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Yes on Raising Tobacco Taxes, as Prop B Asks?

Missouri voters will be asked on Nov. 6 to consider a ballot question raising tobacco taxes from 17 to 90 cents on name-brand cigarettes; off brands, the hike is larger.

It's one of those hyper-divisive issues, and it's on the ballot on Nov. 6. Why is Proposition B so divisive?

Well, for starters, it involves two relatively unpopular practices: raising taxes and smoking. But here's the thing: If you don't smoke, do you really care about raising taxes on smokers? And if you smoke, are you ever going to vote for a hike in tobacco taxes?

That's what Prop B is about. In basic English, the measure would boost state taxes from 17 to 90 cents on name-brand cigarettes. For off-brands, the state tax would rise to $1.47 a pack. 

In the less-plain language of the actual ballot question, Prop B would:

  • create the Health and Education Trust Fund with proceeds of a tax of 3.65 cents per cigarette and 25 percent of the manufacturer's invoice price for roll-your-own tobacco and 15 percent for other tobacco products;
  • use Fund proceeds to reduce and prevent tobacco use and for elementary, secondary, college, and university public school funding; and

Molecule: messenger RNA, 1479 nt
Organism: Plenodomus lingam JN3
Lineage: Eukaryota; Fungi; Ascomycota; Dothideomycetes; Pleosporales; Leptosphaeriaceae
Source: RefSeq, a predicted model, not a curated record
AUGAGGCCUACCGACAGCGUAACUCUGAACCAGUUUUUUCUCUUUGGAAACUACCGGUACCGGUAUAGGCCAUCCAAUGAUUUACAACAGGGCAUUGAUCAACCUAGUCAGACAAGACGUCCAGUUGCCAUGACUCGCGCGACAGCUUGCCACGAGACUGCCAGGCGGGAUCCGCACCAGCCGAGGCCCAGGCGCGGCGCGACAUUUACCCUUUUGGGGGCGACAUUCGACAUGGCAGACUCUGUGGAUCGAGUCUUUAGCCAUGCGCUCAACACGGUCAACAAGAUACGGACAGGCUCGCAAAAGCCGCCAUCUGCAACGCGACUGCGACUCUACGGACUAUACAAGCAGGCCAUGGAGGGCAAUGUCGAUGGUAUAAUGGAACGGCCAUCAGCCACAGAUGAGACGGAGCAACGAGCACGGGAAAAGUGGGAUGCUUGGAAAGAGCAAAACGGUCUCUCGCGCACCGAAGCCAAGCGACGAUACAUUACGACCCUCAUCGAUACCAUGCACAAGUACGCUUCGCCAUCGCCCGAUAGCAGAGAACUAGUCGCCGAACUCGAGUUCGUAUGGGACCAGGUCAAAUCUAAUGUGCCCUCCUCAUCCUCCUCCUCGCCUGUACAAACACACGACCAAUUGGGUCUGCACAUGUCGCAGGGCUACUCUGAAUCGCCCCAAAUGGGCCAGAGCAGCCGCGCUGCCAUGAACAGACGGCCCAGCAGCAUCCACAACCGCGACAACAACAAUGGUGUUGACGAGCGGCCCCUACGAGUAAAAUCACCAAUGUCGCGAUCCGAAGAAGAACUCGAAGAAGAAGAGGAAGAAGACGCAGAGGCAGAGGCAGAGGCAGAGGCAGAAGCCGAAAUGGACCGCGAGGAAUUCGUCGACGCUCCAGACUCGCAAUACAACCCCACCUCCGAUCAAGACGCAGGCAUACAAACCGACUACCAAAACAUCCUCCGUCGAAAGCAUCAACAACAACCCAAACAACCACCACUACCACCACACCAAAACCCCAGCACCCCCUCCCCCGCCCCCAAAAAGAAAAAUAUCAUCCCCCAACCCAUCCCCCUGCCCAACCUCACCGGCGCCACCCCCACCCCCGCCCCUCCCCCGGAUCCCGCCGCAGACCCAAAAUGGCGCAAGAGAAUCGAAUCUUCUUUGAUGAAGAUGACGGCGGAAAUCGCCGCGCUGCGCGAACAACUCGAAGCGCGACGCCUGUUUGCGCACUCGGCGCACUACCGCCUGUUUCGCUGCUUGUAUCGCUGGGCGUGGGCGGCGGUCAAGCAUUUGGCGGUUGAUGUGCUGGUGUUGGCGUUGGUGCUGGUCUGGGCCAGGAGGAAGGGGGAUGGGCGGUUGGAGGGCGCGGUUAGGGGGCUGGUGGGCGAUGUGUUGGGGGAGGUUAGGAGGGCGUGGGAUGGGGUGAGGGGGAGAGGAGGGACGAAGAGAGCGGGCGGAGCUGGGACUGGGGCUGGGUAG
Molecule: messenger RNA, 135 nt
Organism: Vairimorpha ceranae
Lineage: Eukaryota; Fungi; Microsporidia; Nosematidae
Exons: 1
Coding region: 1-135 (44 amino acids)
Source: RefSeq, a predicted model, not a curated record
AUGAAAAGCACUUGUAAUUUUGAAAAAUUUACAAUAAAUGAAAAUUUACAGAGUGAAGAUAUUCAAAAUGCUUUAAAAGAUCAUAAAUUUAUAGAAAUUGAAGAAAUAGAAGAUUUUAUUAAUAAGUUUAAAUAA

• increase the amount that certain tobacco product manufacturers must maintain in their escrow accounts, to pay judgments or settlements, before any funds in escrow can be refunded to the tobacco product manufacturer and create bonding requirements for these manufacturers?

In the shorthand of the opponents, the measure amounts to a 760 percent tax increase, and they say that's just not acceptable. In fact, they argue that the increase would actually lower proceeds, by reducing sales.

Is that such a bad thing? Proponents such as the Rockwood Drug-Free Coalition said in a letter to the editor on Patch that the tax would "reduce tobacco use rates, and will generate approximately $283 million in annual revenue at a time when our state desperately needs these funds." The coalition argues the state's lowest-in-the-nation tobacco tax supports addictive behavior and harms the health of its residents.

In an editorial, the Suburban Journals support Proposition B for a number of reasons, including the potential reduction in the number of smokers, the increase in revenue, which can be used for anti-smoking educational programs, and the "level playing field" in which Missouri smokers pay comparable taxes to neighboring states.

That's the set-up for this week's conversation starter. Do you support an increase in tobacco taxes? Why or why not? Are you a smoker? Does that make a difference in your opinion?

Cynthia C. November 07, 2012 at 10:20 PM
Or, maybe you're suggesting we should make cigarettes and heroin more affordable for everyone so we can all die of emphysema, lung cancer, overdose, and HIV! Yay! What a great way to solve the world's problems of hunger and overpopulation!!